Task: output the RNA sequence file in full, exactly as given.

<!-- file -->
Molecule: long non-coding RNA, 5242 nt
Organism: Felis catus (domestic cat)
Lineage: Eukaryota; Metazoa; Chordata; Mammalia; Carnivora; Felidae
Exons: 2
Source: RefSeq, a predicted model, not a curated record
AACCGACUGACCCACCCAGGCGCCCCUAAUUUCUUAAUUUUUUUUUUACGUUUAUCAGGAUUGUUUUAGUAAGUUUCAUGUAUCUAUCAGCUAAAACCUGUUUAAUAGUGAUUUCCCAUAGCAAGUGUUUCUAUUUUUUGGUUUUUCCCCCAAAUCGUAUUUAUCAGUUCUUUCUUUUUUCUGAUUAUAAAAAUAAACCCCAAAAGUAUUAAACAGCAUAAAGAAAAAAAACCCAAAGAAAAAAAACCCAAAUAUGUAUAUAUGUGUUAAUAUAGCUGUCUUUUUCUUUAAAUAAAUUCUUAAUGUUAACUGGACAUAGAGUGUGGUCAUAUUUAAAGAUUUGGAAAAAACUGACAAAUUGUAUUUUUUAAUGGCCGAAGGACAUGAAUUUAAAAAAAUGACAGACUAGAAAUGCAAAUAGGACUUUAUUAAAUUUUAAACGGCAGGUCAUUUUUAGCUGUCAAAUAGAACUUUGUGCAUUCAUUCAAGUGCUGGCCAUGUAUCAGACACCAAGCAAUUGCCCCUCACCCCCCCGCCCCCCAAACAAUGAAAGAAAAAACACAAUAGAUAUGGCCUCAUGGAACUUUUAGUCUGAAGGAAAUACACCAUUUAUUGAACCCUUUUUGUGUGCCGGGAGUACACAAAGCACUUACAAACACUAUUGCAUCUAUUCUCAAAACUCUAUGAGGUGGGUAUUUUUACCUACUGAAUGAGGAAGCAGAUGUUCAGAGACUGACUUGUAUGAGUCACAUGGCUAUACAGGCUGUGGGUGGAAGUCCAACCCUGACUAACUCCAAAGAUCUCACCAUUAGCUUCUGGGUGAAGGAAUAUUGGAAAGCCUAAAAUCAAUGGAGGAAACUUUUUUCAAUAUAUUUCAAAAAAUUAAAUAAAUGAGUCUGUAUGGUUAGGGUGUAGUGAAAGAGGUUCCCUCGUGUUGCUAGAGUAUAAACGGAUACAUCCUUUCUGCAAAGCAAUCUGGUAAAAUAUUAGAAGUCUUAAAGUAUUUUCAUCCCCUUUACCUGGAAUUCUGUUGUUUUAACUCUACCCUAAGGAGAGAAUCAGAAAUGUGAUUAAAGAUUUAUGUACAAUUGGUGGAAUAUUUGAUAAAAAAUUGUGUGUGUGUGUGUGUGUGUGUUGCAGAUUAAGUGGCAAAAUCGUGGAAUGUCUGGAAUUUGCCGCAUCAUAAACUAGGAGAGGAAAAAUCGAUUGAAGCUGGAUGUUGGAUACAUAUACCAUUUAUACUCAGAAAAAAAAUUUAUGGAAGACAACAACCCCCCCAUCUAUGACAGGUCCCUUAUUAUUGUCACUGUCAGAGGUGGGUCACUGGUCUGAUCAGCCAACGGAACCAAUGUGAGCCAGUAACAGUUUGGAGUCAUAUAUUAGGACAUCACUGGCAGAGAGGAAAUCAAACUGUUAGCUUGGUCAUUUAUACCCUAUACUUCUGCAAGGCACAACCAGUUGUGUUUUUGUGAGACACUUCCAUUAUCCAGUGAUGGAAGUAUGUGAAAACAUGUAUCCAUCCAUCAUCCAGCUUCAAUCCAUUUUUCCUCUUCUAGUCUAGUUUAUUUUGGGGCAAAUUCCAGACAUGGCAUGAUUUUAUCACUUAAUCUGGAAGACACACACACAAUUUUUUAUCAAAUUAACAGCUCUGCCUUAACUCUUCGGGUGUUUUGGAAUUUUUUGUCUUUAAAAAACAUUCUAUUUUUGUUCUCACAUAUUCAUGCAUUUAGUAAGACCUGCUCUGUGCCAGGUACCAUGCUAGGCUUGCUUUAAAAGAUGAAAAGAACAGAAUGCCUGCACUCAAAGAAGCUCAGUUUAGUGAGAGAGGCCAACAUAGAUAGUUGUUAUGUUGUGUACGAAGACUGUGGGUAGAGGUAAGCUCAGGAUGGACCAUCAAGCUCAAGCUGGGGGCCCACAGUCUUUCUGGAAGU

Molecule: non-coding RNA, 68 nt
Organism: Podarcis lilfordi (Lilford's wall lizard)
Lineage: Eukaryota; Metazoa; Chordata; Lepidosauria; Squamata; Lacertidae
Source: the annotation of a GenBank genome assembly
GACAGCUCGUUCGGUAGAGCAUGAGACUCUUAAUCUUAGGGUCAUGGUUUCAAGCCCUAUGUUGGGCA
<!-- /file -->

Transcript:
Molecule: long non-coding RNA, 5242 nt
Organism: Felis catus (domestic cat)
Lineage: Eukaryota; Metazoa; Chordata; Mammalia; Carnivora; Felidae
Exons: 2
Source: RefSeq, a predicted model, not a curated record
AACCGACUGACCCACCCAGGCGCCCCUAAUUUCUUAAUUUUUUUUUUACGUUUAUCAGGAUUGUUUUAGUAAGUUUCAUGUAUCUAUCAGCUAAAACCUGUUUAAUAGUGAUUUCCCAUAGCAAGUGUUUCUAUUUUUUGGUUUUUCCCCCAAAUCGUAUUUAUCAGUUCUUUCUUUUUUCUGAUUAUAAAAAUAAACCCCAAAAGUAUUAAACAGCAUAAAGAAAAAAAACCCAAAGAAAAAAAACCCAAAUAUGUAUAUAUGUGUUAAUAUAGCUGUCUUUUUCUUUAAAUAAAUUCUUAAUGUUAACUGGACAUAGAGUGUGGUCAUAUUUAAAGAUUUGGAAAAAACUGACAAAUUGUAUUUUUUAAUGGCCGAAGGACAUGAAUUUAAAAAAAUGACAGACUAGAAAUGCAAAUAGGACUUUAUUAAAUUUUAAACGGCAGGUCAUUUUUAGCUGUCAAAUAGAACUUUGUGCAUUCAUUCAAGUGCUGGCCAUGUAUCAGACACCAAGCAAUUGCCCCUCACCCCCCCGCCCCCCAAACAAUGAAAGAAAAAACACAAUAGAUAUGGCCUCAUGGAACUUUUAGUCUGAAGGAAAUACACCAUUUAUUGAACCCUUUUUGUGUGCCGGGAGUACACAAAGCACUUACAAACACUAUUGCAUCUAUUCUCAAAACUCUAUGAGGUGGGUAUUUUUACCUACUGAAUGAGGAAGCAGAUGUUCAGAGACUGACUUGUAUGAGUCACAUGGCUAUACAGGCUGUGGGUGGAAGUCCAACCCUGACUAACUCCAAAGAUCUCACCAUUAGCUUCUGGGUGAAGGAAUAUUGGAAAGCCUAAAAUCAAUGGAGGAAACUUUUUUCAAUAUAUUUCAAAAAAUUAAAUAAAUGAGUCUGUAUGGUUAGGGUGUAGUGAAAGAGGUUCCCUCGUGUUGCUAGAGUAUAAACGGAUACAUCCUUUCUGCAAAGCAAUCUGGUAAAAUAUUAGAAGUCUUAAAGUAUUUUCAUCCCCUUUACCUGGAAUUCUGUUGUUUUAACUCUACCCUAAGGAGAGAAUCAGAAAUGUGAUUAAAGAUUUAUGUACAAUUGGUGGAAUAUUUGAUAAAAAAUUGUGUGUGUGUGUGUGUGUGUGUUGCAGAUUAAGUGGCAAAAUCGUGGAAUGUCUGGAAUUUGCCGCAUCAUAAACUAGGAGAGGAAAAAUCGAUUGAAGCUGGAUGUUGGAUACAUAUACCAUUUAUACUCAGAAAAAAAAUUUAUGGAAGACAACAACCCCCCCAUCUAUGACAGGUCCCUUAUUAUUGUCACUGUCAGAGGUGGGUCACUGGUCUGAUCAGCCAACGGAACCAAUGUGAGCCAGUAACAGUUUGGAGUCAUAUAUUAGGACAUCACUGGCAGAGAGGAAAUCAAACUGUUAGCUUGGUCAUUUAUACCCUAUACUUCUGCAAGGCACAACCAGUUGUGUUUUUGUGAGACACUUCCAUUAUCCAGUGAUGGAAGUAUGUGAAAACAUGUAUCCAUCCAUCAUCCAGCUUCAAUCCAUUUUUCCUCUUCUAGUCUAGUUUAUUUUGGGGCAAAUUCCAGACAUGGCAUGAUUUUAUCACUUAAUCUGGAAGACACACACACAAUUUUUUAUCAAAUUAACAGCUCUGCCUUAACUCUUCGGGUGUUUUGGAAUUUUUUGUCUUUAAAAAACAUUCUAUUUUUGUUCUCACAUAUUCAUGCAUUUAGUAAGACCUGCUCUGUGCCAGGUACCAUGCUAGGCUUGCUUUAAAAGAUGAAAAGAACAGAAUGCCUGCACUCAAAGAAGCUCAGUUUAGUGAGAGAGGCCAACAUAGAUAGUUGUUAUGUUGUGUACGAAGACUGUGGGUAGAGGUAAGCUCAGGAUGGACCAUCAAGCUCAAGCUGGGGGCCCACAGUCUUUCUGGAAGU

Molecule: non-coding RNA, 68 nt
Organism: Podarcis lilfordi (Lilford's wall lizard)
Lineage: Eukaryota; Metazoa; Chordata; Lepidosauria; Squamata; Lacertidae
Source: the annotation of a GenBank genome assembly
GACAGCUCGUUCGGUAGAGCAUGAGACUCUUAAUCUUAGGGUCAUGGUUUCAAGCCCUAUGUUGGGCA